Overweight and obese adults (body mass index of 25 or over) between the ages of 40 and 70 should be screened for abnormal blood glucose (sugar) levels and type 2 diabetes as part of a heart disease risk evaluation, according to new guidelines from the U.S. Preventive Services Task Force (USPSTF). The new guidelines are the first update on diabetes screening for the general public by the USPSTF since 2008. At that time, the task force recommended diabetes screening only for adults with high blood pressure.
Individuals whose test results indicate high blood glucose levels or type 2 diabetes should be referred for intensive diet and exercise counseling, according to the new guidelines. The task force's new recommendations are based on six studies its members reviewed that suggested that increasing exercising and tailoring diets could help prevent type 2 diabetes.
"Losing weight reduces the chances of developing diabetes, which is why our recommendation focuses on diet and exercise," said William Phillips, M.D., M.P.H., a professor of family medicine at the University of Washington and a task force member.
According to the task force, the rate of type 2 diabetes, the most common form of diabetes in the U.S., has increased in the last 15 years. Diabetes occurs when the body can't process and use all the glucose from certain foods, especially carbohydrates. People with type 2 diabetes will frequently have high levels of glucose in their blood, but they may not have any symptoms, which is why screening is important. Left untreated, diabetes can lead to very serious conditions, including heart disease and stroke, blindness, kidney disease, and limb amputations.
In 2012, the last year for which data on diabetes were available to the panel, 12% of American adults had diabetes and 37% had abnormal blood glucose levels that put them at increased risk for developing diabetes and the complications of diabetes, including heart disease. That translates into about 29.1 million Americans having diabetes in 2012, but about 8.1 million of those did not know they had the disease. And close to 90 million adults had high blood glucose levels that, left untreated, could progress to type 2 diabetes.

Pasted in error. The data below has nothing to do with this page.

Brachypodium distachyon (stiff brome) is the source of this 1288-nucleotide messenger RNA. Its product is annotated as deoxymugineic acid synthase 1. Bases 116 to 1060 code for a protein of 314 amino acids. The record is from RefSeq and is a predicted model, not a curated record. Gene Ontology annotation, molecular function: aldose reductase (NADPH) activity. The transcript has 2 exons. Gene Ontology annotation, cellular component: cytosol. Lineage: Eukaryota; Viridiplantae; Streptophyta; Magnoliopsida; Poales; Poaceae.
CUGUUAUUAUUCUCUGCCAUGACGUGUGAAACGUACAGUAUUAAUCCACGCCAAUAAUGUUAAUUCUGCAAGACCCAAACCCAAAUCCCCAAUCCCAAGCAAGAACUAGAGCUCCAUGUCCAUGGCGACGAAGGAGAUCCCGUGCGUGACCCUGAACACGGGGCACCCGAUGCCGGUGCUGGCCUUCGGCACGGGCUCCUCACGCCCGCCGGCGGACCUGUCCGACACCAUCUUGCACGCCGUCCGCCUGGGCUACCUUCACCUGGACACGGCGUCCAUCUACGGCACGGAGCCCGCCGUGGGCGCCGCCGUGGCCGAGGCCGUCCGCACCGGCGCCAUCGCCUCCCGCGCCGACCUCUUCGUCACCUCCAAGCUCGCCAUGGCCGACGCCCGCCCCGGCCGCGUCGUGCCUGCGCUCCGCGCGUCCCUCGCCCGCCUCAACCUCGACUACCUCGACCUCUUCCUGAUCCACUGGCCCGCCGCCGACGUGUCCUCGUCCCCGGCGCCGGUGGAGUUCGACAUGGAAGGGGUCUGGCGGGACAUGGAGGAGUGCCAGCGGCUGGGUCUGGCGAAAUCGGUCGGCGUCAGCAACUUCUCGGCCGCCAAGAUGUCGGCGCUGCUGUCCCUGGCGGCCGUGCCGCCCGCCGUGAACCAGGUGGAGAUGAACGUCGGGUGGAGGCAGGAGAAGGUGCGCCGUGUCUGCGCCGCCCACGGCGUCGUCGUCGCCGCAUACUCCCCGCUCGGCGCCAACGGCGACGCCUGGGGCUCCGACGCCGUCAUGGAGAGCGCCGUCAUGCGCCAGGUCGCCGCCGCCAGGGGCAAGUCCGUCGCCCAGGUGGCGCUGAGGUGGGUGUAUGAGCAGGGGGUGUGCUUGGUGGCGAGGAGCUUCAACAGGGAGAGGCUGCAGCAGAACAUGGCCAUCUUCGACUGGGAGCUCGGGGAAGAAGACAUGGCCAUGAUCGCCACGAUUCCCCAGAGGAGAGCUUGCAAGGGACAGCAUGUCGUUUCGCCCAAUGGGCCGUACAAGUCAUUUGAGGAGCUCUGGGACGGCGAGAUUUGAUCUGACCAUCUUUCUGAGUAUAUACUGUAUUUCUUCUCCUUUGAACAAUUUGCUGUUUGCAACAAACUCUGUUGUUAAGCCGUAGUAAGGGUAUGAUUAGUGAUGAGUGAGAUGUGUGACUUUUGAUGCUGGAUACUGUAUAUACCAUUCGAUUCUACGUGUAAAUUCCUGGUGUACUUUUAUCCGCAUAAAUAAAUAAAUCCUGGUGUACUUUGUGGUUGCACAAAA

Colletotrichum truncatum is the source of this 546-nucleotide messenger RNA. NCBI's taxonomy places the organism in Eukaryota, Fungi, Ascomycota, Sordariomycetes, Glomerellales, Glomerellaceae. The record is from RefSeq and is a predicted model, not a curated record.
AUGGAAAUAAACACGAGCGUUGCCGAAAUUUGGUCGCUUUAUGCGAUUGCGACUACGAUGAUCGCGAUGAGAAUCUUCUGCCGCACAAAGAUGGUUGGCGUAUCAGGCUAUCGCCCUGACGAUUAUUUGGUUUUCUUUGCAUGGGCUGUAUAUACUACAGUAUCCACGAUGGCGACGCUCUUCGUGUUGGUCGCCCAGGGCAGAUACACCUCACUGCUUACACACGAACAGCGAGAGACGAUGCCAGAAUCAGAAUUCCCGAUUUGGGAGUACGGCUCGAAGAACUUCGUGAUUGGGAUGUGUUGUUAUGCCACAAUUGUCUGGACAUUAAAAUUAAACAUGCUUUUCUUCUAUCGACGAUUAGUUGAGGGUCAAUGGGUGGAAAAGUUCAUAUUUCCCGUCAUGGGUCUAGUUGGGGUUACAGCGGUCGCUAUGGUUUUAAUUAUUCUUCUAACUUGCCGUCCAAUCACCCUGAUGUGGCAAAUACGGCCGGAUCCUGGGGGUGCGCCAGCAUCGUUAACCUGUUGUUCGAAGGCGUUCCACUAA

"Diabetes is a leading cause of heart attacks and strokes," said Michael Pignone, M.D., M.P.H. chief of the division of general internal medicine at the University of North Carolina-Chapel Hill and a member of the task force. "The good news is, we can identify people at risk and help them make lifestyle changes that may ultimately prevent or delay complications associated with this serious illness."
The USPSTF's screening guidelines for diabetes differ from the current ones released by the American Diabetes Association (ADA), which recommends routine screening in adults 45 years or older. The ADA also advises earlier screening in people with more than one risk factor for type 2 diabetes, such as a family history of the disease and being overweight.
The task force recommends screening for diabetes using one of several tests: hemoglobin A1c, fasting blood glucose, or oral glucose tolerance test. If the initial result of one of these tests is abnormal, the same test is repeated on another day. If the repeat result is also abnormal, a diagnosis of diabetes is made.
When deciding to get screened for diabetes, the task force advises people to talk to their healthcare practitioner, who can help determine whether screening is right for them. USPSTF guidelines are often adopted by most healthcare practitioners, and it is more likely that insurance companies will cover the cost for people who are recommended by the new guidelines to get diabetes screening.